I feel super-hokey now and will shut up. Thanks for the very thought-provoking discussion!
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Old 07-16-2011, 12:50 PM
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When normal people love someone I don't think they are as prone to attach all the conditions we might as co-dependents. (Of course we don’t actually state them)

We are prone to give love as a payment in advance almost for some need we have. If we don't get that need met we feel slighted.

It is getting away from this type of ‘conditional’ love that is talked about in Al-Anon.

I don’t think true love can have conditions. It is a feeling which is felt and will cease to be felt under certain circumstances. Conditions are not a normal accompaniment to love.

In response to Cyranoak’s comment that you can't love someone into recovery or sobriety, probably true, but it is likely that if they still feel their family love still them for what they are inside they may find more motivation along the hard road of recovery, once started.

Just IMHO
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Old 07-16-2011, 01:39 PM
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I used to see love as an emotion. Somewhere in this journey I began to see it more as a demonstration. Love as a verb, instead of a noun

As far as love and the 3 C's go, I learned another C here; I think from cynical one: Contribute.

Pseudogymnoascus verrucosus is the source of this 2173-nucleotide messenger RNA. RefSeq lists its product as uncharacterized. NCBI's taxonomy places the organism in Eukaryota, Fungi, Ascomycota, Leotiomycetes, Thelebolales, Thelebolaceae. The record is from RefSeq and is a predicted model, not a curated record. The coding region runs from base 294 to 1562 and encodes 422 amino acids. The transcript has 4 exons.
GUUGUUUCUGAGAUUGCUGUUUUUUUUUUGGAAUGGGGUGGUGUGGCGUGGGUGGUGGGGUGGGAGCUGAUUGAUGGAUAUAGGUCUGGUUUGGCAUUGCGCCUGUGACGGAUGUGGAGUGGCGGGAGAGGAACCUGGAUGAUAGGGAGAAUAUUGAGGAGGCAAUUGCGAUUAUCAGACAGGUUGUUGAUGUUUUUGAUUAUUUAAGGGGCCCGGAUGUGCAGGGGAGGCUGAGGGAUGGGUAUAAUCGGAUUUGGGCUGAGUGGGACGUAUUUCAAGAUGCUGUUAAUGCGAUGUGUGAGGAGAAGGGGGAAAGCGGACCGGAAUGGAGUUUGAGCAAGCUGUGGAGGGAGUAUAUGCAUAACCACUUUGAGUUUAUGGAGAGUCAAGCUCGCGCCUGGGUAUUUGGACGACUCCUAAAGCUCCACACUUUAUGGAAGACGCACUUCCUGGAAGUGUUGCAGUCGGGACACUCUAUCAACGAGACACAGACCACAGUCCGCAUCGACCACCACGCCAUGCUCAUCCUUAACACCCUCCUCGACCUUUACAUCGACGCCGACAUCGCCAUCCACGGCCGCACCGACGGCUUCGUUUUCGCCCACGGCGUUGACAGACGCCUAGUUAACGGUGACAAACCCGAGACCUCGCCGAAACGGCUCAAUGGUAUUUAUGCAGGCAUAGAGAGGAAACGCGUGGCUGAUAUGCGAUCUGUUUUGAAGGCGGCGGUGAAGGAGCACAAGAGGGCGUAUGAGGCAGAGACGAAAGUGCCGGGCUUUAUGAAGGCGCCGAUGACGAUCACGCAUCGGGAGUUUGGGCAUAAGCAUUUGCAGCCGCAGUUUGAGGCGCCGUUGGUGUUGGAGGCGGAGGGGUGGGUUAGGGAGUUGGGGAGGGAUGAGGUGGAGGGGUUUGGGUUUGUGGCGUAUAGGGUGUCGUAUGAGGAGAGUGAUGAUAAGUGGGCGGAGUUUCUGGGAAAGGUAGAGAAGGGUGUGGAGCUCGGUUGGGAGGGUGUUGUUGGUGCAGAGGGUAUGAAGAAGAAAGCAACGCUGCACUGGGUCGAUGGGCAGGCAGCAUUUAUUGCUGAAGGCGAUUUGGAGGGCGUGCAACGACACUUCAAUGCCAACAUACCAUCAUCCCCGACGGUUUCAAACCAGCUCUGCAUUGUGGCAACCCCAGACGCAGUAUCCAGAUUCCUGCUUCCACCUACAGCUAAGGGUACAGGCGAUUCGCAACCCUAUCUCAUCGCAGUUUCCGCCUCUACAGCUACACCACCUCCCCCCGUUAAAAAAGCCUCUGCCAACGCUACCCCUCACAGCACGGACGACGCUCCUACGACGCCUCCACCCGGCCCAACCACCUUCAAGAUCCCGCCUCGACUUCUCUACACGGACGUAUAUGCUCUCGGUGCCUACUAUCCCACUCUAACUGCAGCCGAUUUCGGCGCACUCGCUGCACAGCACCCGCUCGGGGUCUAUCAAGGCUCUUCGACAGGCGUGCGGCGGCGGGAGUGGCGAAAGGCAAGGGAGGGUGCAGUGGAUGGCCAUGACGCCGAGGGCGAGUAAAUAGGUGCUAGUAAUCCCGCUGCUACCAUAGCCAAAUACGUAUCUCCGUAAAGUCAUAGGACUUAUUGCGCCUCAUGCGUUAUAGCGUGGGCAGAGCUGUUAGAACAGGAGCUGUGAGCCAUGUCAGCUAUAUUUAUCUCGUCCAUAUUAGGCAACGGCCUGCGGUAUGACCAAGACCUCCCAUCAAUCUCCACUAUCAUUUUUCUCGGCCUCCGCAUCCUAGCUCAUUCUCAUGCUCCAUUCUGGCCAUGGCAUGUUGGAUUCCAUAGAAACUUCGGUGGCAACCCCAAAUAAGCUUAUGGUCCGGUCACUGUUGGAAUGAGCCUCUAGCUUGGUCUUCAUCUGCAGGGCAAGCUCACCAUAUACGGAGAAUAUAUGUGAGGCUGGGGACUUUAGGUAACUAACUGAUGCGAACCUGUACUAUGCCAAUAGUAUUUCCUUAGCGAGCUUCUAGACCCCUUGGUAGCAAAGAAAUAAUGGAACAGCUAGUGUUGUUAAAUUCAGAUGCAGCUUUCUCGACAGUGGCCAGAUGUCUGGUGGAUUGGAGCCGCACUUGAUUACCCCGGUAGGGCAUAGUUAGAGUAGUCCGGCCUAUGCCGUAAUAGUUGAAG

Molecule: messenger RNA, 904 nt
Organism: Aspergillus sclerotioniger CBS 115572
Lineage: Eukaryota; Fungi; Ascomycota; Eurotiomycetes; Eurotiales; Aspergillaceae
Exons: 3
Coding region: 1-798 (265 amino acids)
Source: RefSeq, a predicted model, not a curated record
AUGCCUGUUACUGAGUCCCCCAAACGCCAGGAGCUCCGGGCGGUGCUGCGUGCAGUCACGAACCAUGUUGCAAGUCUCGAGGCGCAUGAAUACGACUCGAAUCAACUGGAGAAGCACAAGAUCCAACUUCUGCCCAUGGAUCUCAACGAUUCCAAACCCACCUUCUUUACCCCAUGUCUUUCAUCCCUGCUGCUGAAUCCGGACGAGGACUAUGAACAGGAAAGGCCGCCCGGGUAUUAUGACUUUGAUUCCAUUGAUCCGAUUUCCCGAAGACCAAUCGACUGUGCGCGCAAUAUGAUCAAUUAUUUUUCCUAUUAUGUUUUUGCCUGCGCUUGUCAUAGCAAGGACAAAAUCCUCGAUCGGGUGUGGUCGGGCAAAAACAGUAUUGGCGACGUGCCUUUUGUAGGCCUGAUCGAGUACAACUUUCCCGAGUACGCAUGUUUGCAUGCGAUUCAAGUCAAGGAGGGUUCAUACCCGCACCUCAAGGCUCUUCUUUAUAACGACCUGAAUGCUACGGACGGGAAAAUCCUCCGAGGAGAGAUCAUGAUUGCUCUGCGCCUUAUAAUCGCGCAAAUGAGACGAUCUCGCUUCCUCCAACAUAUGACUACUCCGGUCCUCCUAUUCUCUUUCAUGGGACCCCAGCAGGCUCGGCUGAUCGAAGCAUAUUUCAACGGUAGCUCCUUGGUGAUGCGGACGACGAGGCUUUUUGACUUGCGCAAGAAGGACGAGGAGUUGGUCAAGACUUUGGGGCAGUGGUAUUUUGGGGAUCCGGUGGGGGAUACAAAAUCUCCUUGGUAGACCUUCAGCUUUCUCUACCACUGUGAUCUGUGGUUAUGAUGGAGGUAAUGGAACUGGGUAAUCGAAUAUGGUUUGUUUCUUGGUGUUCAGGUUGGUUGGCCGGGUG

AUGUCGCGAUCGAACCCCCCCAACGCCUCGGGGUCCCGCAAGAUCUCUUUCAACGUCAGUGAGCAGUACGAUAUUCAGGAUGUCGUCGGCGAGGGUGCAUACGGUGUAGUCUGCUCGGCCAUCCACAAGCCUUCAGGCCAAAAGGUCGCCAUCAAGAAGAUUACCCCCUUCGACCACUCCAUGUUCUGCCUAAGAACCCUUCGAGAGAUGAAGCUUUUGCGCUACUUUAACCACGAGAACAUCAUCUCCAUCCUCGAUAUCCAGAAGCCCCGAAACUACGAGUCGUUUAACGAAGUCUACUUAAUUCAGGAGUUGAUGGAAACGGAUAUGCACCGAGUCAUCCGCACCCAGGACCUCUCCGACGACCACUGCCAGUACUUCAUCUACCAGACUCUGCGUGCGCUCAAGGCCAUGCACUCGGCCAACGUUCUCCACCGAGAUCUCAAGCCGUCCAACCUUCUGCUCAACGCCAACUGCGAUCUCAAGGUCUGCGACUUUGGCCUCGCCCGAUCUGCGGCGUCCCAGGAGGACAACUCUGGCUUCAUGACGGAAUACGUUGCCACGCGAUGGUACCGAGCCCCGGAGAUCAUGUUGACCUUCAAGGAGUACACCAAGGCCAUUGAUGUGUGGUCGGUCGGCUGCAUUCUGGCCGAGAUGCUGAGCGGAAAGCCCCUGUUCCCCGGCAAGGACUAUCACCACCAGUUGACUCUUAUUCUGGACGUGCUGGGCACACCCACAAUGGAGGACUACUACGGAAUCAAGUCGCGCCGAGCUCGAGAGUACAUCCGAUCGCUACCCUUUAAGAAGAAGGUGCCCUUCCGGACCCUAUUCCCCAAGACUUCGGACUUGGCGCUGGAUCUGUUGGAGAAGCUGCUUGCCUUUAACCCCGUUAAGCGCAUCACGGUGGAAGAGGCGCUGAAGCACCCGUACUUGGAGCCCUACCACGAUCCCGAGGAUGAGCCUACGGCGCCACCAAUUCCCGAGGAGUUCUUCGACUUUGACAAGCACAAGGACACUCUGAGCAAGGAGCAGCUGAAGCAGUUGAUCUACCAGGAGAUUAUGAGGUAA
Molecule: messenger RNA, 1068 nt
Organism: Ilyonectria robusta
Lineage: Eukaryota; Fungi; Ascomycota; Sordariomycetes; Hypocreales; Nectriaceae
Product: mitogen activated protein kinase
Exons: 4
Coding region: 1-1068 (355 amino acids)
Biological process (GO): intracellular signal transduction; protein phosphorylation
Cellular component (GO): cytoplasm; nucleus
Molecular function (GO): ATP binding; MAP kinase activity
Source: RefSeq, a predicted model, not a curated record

I didn't cause, I can't control or cure, but I can contribute to someone's issues.

When I flip it sideways: My love doesn't cause, control or cure others issues, but it can contribute. Even if it's from afar.

Just my 2 cents
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Old 07-17-2011, 09:26 AM
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Originally Posted by Chino View Post
I used to see love as an emotion. Somewhere in this journey I began to see it more as a demonstration. Love as a verb, instead of a noun

As far as love and the 3 C's go, I learned another C here; I think from cynical one: Contribute.

I didn't cause, I can't control or cure, but I can contribute to someone's issues.

When I flip it sideways: My love doesn't cause, control or cure others issues, but it can contribute. Even if it's from afar.

Just my 2 cents
Chino, I like the way you phrased this...saving for a later read. Thanks!
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Old 07-18-2011, 06:20 PM
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My apologies Chicory...

...and thanks for your thoughtful response I was speaking more of the behavior than the people, though I do believe as a species we have done and continue to do some mind bogglingly stupid things. That said, I am not dumb but I've done some pretty dumb things and imagine I'll do more in the future.

Take care,

Cyranoak

Originally Posted by chicory View Post
Cyranoak,

It is hurtful to me, to hear you calling some of us dumb. If your a was your daughter, you might understand a bit more, of how we wish our love could reach them. Unconditional love may not be what you feel for your wife, but it surely would be what you felt for your daughter. Because at the bottom of all these fears, is the main fear that they will die. and we cannot help but try any means possible.

Some people have a lot of faith in the power of love. You can cure lonliness with love. You can cure a lot of things with love. These ones you deride, maybe they need time to realize that it is a disease, and accept that they cannot cure a disease with love.

TWYWALTR,
chicory